22. Elizabeth Bellamy nee Pigott was my gt grandma. She was injured when a high explosive bomb fell outside her home at 43 Writtle St (now Maxwell Way). Shrapnel from the bomb hit her in the back as she rushed across her bedroom to protect her granddaughter (Marjorie Morris, my mum) who was in a cot aged 11 months. She was taken to the Royal Hospital, off West Street, where three hours later she died from her injuries. She is buried in Burngreave Cemetery Grave Number 4544, Section JJ where her husband William was eventually buried too. Inscription on gravestone reads " Blessed are the pure in heart. In loving memory of Elizabeth, the beloved wife of William Bellamy who was suddenly called away on 26 Sept. 1916 age 57 years. "A bitter grief, a shock severe, to part with one we loved so dear". This her picture http://i230.photobucket.com/albums/ee142/johnpm-bucket/elizbellamy-pigott1906_zps2fe6f246.jpg John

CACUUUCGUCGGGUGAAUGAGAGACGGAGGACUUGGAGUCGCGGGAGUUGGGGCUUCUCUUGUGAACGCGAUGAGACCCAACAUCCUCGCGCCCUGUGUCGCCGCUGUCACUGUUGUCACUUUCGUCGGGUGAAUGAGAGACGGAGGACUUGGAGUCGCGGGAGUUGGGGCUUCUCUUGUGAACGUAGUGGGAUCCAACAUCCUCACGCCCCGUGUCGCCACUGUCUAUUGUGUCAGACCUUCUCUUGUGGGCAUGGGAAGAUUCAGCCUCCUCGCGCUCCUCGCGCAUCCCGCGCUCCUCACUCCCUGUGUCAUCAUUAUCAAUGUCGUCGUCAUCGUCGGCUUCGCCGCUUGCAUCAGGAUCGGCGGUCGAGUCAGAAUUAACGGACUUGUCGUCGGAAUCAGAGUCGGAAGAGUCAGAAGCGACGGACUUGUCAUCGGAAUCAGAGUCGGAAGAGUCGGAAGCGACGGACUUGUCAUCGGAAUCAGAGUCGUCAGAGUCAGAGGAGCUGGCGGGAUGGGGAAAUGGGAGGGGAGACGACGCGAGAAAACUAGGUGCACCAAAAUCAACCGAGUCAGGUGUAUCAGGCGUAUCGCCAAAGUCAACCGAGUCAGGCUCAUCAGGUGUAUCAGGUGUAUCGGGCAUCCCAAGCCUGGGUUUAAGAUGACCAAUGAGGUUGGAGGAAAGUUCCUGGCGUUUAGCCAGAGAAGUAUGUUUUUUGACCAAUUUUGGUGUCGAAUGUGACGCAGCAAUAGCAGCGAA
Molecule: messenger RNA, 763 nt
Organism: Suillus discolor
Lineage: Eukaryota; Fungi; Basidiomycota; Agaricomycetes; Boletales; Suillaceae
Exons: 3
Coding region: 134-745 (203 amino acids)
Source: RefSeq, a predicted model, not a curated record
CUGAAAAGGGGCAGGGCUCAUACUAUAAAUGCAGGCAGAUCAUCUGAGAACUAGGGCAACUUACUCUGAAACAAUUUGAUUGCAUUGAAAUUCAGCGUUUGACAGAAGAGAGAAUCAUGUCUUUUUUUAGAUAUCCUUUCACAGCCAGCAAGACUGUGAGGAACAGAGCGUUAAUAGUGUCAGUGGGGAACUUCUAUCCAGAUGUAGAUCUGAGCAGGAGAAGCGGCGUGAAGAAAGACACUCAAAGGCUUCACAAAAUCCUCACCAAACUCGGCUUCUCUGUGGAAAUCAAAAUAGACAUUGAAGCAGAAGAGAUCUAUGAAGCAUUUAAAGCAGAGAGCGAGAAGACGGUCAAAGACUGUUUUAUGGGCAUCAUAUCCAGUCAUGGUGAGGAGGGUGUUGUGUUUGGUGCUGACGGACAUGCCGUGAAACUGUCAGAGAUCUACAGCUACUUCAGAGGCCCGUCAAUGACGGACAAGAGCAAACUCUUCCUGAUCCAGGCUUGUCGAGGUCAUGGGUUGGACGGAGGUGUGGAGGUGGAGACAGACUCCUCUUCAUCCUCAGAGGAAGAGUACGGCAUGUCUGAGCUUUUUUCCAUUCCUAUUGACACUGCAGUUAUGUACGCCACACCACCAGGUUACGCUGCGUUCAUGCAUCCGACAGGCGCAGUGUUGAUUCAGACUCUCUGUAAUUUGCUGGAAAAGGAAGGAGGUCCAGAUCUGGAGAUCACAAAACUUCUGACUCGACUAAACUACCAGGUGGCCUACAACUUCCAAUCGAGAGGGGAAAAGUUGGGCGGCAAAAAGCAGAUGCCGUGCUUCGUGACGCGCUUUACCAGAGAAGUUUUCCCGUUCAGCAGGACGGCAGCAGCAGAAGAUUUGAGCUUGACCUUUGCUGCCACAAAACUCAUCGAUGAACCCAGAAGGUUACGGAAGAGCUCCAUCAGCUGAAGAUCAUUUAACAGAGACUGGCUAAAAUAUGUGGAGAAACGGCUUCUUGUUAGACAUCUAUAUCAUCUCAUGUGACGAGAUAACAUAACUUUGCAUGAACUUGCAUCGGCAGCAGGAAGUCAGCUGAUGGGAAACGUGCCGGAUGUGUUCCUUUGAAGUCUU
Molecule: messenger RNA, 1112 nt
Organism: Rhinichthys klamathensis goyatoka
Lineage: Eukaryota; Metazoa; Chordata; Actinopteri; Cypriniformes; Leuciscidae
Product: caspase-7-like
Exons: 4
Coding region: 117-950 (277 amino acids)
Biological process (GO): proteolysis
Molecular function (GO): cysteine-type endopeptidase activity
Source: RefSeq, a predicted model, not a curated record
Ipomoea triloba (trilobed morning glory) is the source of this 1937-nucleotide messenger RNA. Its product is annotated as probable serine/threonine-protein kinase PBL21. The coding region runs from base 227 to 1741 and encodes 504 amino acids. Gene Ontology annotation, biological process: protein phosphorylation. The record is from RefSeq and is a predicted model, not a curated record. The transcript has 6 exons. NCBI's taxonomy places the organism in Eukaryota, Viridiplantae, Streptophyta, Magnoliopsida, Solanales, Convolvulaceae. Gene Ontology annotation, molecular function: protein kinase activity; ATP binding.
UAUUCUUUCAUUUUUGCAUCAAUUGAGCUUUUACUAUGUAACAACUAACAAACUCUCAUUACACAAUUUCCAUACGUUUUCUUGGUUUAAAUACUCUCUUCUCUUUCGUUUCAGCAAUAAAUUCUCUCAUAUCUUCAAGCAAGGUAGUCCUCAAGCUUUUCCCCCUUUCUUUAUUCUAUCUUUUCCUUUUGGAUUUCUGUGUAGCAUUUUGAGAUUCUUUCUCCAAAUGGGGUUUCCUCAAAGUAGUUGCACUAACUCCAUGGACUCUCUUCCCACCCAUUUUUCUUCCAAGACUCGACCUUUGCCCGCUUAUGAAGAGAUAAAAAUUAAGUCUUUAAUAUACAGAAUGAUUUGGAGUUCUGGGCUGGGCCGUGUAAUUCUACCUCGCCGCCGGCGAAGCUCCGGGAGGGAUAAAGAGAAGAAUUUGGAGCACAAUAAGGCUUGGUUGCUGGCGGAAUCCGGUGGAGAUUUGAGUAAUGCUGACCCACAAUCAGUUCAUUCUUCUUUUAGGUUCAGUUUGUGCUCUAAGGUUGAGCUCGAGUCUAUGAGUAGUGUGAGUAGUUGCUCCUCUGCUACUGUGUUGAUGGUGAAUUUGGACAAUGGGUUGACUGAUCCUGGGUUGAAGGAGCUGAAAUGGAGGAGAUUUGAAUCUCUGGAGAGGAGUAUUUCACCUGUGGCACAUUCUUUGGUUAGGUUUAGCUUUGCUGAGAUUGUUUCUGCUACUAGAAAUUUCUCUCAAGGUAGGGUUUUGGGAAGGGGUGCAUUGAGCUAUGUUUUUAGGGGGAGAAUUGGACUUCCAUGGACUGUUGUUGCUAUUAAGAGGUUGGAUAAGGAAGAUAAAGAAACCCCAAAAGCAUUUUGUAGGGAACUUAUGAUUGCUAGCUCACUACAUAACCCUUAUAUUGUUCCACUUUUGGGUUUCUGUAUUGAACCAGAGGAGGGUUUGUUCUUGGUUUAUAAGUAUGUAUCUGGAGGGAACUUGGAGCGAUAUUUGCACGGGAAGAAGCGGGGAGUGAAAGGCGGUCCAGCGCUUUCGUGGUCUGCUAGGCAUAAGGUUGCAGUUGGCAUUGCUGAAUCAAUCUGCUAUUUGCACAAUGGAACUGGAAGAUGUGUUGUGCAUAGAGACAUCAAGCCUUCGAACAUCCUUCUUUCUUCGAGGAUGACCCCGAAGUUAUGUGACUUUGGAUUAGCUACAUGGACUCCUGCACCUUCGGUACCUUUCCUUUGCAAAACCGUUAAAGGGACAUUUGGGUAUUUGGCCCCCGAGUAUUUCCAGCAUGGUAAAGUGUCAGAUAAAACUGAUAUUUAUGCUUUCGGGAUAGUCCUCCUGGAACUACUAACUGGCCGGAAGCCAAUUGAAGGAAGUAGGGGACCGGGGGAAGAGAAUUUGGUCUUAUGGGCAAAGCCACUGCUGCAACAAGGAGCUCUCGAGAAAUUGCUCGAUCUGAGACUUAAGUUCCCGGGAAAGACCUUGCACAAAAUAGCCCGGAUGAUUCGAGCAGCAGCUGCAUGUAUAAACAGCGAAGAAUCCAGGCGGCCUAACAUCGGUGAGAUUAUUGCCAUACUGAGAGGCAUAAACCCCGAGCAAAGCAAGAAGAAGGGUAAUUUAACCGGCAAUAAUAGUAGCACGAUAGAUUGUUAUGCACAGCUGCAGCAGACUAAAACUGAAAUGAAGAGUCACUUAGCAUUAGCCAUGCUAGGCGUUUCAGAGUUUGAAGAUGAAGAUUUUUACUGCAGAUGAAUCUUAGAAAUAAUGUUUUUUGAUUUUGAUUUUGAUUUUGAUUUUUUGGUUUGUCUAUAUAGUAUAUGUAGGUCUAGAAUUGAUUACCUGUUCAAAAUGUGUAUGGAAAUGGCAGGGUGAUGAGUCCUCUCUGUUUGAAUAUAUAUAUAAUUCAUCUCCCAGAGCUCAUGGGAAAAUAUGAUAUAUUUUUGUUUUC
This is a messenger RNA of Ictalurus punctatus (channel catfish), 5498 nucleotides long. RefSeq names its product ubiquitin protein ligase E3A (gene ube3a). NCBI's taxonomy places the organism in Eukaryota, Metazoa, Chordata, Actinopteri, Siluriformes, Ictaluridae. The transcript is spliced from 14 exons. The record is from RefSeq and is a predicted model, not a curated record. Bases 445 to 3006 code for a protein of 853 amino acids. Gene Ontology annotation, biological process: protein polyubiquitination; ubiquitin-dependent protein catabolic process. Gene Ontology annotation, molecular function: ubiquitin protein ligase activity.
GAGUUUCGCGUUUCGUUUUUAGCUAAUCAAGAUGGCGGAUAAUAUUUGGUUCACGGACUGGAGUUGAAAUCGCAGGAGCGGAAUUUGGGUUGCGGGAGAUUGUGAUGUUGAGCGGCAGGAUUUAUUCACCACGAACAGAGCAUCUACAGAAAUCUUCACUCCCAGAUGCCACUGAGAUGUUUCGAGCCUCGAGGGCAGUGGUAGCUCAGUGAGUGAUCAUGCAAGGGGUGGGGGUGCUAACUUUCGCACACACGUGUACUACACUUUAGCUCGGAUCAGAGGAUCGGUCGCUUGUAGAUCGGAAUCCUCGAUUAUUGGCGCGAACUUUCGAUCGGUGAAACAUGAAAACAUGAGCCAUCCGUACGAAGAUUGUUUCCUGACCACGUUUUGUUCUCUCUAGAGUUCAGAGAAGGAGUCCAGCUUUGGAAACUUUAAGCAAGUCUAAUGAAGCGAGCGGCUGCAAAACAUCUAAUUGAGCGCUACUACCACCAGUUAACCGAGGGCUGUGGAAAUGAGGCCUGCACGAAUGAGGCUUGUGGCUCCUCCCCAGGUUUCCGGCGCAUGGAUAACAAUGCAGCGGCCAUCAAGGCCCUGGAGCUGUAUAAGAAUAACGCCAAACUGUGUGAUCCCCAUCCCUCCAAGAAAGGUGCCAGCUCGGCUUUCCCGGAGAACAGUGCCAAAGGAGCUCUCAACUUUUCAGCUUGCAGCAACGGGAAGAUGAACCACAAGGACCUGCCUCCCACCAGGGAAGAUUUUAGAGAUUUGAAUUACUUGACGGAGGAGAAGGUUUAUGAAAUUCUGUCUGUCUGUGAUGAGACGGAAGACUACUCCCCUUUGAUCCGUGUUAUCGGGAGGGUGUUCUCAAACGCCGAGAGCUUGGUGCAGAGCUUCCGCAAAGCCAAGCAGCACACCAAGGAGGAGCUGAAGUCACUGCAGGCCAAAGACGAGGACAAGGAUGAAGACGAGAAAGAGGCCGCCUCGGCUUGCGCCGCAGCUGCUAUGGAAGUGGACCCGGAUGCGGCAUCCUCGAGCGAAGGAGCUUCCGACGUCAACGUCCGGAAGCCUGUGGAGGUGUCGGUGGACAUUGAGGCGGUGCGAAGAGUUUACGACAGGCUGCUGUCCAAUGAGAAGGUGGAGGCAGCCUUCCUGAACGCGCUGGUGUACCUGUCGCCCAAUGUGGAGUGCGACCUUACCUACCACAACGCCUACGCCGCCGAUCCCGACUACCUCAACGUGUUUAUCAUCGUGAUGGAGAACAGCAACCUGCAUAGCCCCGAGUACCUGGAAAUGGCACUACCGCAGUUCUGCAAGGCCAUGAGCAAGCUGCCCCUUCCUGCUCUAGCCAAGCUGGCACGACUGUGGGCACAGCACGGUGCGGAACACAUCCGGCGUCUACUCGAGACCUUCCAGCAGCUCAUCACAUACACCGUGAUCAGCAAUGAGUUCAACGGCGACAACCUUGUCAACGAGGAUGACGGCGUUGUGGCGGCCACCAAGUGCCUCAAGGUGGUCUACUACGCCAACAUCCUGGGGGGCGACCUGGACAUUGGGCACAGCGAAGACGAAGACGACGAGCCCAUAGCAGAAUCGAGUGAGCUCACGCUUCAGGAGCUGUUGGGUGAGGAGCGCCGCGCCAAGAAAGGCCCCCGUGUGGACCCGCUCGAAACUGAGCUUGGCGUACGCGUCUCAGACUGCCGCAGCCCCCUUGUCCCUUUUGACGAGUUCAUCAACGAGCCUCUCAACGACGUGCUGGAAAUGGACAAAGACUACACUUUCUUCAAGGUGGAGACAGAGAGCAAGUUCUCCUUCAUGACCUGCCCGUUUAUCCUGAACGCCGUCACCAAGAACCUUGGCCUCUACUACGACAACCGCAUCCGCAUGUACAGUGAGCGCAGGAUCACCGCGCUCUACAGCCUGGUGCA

23. Whatever you do don't just rely on putting your tree on a commercial website eg Ancestry, Find my Past etc. Buy a software package to use on your pc so you always have control. Family Tree Maker (sold by ancestry) has been probably the best but they are to stop selling it or supporting it shortly so discount that. Family Historian & RootsMagic are possibilities along with other less known ones. You can buy subscription services for data from ancestry, Find my Past etc but should always be able to get a free trial for at least a month or so to see if it is for you. I find ancestry easier to use, but FMP has some data that ancestry doesn't have & vice versa. As others have said use free sites such as FreeBMD, & Familysearch first Good hunting !